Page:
[EM] SARVO-Range as lottery utility (vNM utility) method?
Forest Simmons
forest.simmons21 at gmail.com
Tue Apr 26 19:20:05 PDT 2022
Good Work!
I have come to the same conclusion about MJ being much closer to IIA than
Range.
So I've been trying to improve MJ to make it more symmetrical, satisfy some
kind of participation, improve tie breaking all around, etc.
I have a good 3-slot version that is as decisive as possible for a reverse
symmetry method.
I am reminded of our flurry of 3-slot methods from twenty years ago. Back
then the EM list was very sure that the best proposals were Condorcet and
Approval, but not at all sure which would be most viable. We thought a
majoritarian 3-slot method would be plenty simple, easy to count, and have
room to distinguish Roosevelt, Stalin, and Hitler. Three slot Bucklin was a
popular suggestion with various tie breaking rules, but no version was
symmetrical, or any better than (the still unheard of) MJ with three
judgment categories.
As I have recently come to understand, our lack of design success (i.e.
inability to get reverse symmetry into three slot Bucklin) was due to
ignorance of the underlying topology.
To make a long story short, I will finish this message by cutting straight
to the chase, saving the full explanations for tomorrow:
Suppose the three categories are Good, Middle, and Bad. Good means a
mixture of desirable qualities from competent to excellent. Bad means
incompetent or otherwise unsuitable. Middle includes some good qualities
but not unalloyed with baser metals ... which is different from "no
opinion" the same way that "average" is different from "no basis for a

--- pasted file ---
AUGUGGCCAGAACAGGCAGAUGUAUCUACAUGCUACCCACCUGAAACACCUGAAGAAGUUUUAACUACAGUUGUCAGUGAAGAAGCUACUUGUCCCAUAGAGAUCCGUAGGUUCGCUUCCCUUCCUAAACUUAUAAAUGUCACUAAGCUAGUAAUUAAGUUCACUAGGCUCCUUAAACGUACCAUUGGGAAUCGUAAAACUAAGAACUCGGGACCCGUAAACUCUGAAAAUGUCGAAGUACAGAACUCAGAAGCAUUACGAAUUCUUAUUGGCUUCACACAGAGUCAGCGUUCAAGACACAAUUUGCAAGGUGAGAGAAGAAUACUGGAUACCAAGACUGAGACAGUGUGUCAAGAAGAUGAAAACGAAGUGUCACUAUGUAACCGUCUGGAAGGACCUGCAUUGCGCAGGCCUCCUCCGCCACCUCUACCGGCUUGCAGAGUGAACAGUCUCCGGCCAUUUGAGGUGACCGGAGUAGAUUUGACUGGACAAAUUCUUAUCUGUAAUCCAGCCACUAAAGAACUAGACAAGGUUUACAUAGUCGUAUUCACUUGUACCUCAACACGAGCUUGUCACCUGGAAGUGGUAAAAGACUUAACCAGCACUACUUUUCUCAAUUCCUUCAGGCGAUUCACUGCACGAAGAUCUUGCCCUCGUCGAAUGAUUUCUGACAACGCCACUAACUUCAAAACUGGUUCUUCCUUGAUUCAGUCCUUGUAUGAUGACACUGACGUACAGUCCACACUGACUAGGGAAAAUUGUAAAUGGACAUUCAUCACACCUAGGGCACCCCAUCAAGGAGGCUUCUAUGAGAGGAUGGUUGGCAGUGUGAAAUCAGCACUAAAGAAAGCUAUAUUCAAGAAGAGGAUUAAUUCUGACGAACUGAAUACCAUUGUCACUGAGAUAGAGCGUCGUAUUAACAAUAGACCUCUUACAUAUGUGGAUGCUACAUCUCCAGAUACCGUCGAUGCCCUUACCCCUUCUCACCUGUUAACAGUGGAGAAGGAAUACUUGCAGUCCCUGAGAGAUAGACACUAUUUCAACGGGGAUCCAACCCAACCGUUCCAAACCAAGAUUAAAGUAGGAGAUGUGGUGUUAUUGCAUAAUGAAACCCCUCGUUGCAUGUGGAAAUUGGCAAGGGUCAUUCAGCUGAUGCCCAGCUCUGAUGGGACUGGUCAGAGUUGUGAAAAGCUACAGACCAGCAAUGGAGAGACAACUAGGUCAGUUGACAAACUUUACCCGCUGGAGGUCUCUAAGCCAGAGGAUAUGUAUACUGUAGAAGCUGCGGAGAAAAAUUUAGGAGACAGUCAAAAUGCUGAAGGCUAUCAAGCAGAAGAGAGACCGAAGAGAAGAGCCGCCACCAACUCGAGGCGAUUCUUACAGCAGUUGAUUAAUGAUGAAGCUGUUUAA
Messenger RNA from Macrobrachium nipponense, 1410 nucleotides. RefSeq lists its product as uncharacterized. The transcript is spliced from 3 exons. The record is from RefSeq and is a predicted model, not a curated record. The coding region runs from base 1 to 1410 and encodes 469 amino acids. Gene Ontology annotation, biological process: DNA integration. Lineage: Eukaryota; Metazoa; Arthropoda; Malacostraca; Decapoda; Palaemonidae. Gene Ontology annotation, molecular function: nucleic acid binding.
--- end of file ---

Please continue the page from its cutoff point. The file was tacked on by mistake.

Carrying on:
grade." To avoid "dark horse" problems, we will count blank as Bad. (I'm
sure some philosopher or lawyer could explain why a candidate able to
generate neither appreciable support nor opposition, would be unsuitable.)
For each candidate k, let g(k), m(k), & b(k) be the number of ballots on
which candidate k is categorized as Good, Middle, or Bad, respectively.
If some candidate is judged to be Good on more than half of the ballots,
then among the candidates tied for the greatest g(k) value, elect the one
categorized as Bad on the fewest ballots.
In other words (and symbols) ....
elect argmin{b(j)| j is in argmax[g(k)]}.
If (in the other extreme) every candidate is judged to be Bad on more than
half of the ballots, then from among the candidates tied for the least
b(k) value, elect the one categorized as Good on the most ballots. In
symbols ...
elect argmax{g(j)| j is in argmin[b(k)]}.
If neither of the two above cases obtains, then elect from among the
candidates in the set argmax[(g(k)-b(k))/m(k)] the candidate j categorized
as Bad on the fewest ballots or the one categorized as Good on the most
ballots, depending on whether or not g(j) is greater than b(j). In symbols
... elect
argmax{T(j)| candidate j is among the tied candidates, i.e. j is a member
of argmax[(g(k)-b(k))/m(k)]},
where the tie breaker function T to be maximized is given by ...
T(j) = min(b(j),g(j))sign(b(j)-g(j))
[Here we have made use of the fact that b(j) is minimized when its opposite
-b(j) is maximized.]
In my next message I will unfold all of these mysteries into plain view!
At least now you have the complete 3-slot reverse symmetry compliant MJ
recipe safely in the EM cloud.
-Forest
El mar., 26 de abr. de 2022 2:13 a. m., Kristofer Munsterhjelm <
km_elmet at t-online.de> escribió:
> On 26.04.2022 00:51, Forest Simmons wrote:
> >
> >
> > El lun., 25 de abr. de 2022 4:25 a. m., Kristofer Munsterhjelm
> > <km_elmet at t-online.de <mailto:km_elmet at t-online.de>> escribió:
> >>
> >> So the M-W strategy is: let
> >> v_i be the strategic rating we want to find
> >> u_i be the public utility of candidate i